Healthcare


Merck and Pfizer - Strange bedfellows?

by Deborah Toscano 30 Apr 2013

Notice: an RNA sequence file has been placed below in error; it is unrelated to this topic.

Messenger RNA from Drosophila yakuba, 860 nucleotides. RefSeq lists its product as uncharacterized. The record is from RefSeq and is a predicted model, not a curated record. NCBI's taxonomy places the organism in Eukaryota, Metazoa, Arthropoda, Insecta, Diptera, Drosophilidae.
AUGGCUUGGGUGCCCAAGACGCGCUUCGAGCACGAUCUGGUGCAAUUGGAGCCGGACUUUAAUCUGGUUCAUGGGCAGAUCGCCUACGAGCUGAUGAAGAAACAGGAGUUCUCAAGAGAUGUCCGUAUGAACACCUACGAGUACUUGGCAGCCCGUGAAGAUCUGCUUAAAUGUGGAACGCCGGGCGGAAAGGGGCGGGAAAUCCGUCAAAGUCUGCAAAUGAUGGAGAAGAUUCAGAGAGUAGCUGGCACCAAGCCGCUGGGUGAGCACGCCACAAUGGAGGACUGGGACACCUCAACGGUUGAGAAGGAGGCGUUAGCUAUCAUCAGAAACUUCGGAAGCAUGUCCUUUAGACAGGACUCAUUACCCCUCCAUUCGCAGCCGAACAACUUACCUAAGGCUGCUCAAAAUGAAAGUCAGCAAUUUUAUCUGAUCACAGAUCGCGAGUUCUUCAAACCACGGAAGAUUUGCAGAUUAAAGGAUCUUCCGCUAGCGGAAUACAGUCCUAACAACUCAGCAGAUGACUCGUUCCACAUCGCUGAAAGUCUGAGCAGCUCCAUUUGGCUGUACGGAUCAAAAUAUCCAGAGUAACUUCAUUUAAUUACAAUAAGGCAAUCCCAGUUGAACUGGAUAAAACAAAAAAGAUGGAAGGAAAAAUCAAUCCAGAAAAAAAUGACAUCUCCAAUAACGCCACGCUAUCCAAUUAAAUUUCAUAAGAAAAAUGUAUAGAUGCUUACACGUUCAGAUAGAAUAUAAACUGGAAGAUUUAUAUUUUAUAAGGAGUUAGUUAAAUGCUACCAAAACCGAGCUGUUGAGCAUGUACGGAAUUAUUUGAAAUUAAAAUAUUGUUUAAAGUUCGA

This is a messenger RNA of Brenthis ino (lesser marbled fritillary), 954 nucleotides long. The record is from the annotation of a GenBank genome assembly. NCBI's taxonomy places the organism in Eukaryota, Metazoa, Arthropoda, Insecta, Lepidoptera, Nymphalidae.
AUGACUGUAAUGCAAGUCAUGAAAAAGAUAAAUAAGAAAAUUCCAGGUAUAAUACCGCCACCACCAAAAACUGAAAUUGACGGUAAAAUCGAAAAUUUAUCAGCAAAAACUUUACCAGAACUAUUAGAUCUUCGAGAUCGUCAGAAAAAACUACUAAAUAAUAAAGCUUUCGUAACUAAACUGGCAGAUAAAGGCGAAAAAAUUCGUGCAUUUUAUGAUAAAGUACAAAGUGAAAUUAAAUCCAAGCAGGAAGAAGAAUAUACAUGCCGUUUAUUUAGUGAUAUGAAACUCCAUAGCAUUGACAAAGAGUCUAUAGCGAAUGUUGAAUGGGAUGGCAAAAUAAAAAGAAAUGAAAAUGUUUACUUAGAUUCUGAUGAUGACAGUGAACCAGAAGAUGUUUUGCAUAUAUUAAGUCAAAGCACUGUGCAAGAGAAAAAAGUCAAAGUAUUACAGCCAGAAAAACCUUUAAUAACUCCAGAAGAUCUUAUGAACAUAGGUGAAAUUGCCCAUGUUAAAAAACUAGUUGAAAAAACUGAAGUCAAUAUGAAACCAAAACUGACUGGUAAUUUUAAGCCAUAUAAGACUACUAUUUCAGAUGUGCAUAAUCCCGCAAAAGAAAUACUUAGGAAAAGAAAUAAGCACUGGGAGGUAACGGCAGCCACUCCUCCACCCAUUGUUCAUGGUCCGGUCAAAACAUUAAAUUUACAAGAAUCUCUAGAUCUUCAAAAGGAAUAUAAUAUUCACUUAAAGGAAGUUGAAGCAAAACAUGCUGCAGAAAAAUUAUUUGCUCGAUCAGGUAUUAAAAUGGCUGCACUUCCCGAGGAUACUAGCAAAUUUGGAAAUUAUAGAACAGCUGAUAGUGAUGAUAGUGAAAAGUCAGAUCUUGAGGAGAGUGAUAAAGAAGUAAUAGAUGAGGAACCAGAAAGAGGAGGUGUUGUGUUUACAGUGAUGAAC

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In a surprising announcement made yesterday, Merck and Pfizer are teaming up to commercialize Pfizer’s SGLT2 inhibitor ertugliflozin for diabetes.  This announcement took the pharma world by surprise, especially since Merck in particular is not known for forming partnerships with other big pharmas.  Typically these partnerships leverage the individual areas of expertise of each company, and in this case it would seem to be Pfizer’s compound and well-demonstrated marketing expertise along with Merck’s solid performance in the diabetes therapeutic area as demonstrated by the success of Januvia, the first-in-class DPP-IV inhibitor.  However, the diabetes add-on market is now cluttered with DPP-IV inhibitors and interest has moved on to other novel therapeutics, such as SGLT2 inhibitors, the first of which, Johnson & Johnson’s Invokana (canagliflozin), has just entered the U.S. market.  Although Januvia still holds the lead among DPP-IV inhibitors and is not likely to lose that position any time soon, newer classes such as SGLT2 inhibitors could start to eat away at DPP-IV market share once physicians get comfortable with them.  While SGLT2 inhibitors have glucose control efficacy on par with DPP-IV inhibitors, they are viewed as having several key additional benefits, notably weight loss and positive effect on blood pressure which could translate into cardiovascular benefit.  They do, of course, also have several negatives such as an association with genital and urinary tract infections (SGLT2 inhibitors work by helping the body shed excess glucose through the urine) and contraindication in patients with severe renal disease since they work through the kidneys.  Regulatory approval of this class was a point of great uncertainty for quite a while, but now that the first one has gotten its foot through the door, Merck was likely more receptive to the idea of adding one to their diabetes portfolio.  Two other SGLT2 contenders are already partnered:  Bristol-Myers Squibb’s dapagliflozin, partnered with AstraZeneca (approved in Europe but still awaiting U.S. approval); and Boehringer Ingelheim’s empagliflozin, partnered with Eli Lilly.  Both of those partnerships also give access to a DPP-IV for an attractive SGLT2 + DPP-IV fixed-dose combination: dapagliflozin with Bristol’s saxagliptin, and empagliflozin with BI’s linagliptin. With the Pfizer/Merck partnership, a fixed combination of Januvia and ertugliflozin is now a possibility.  Moreover, Pfizer stands to gain from Merck’s experience in speeding Januvia through development and market launch.  So, as strange as it may seem considering their respective histories, this partnership makes great commercial sense.

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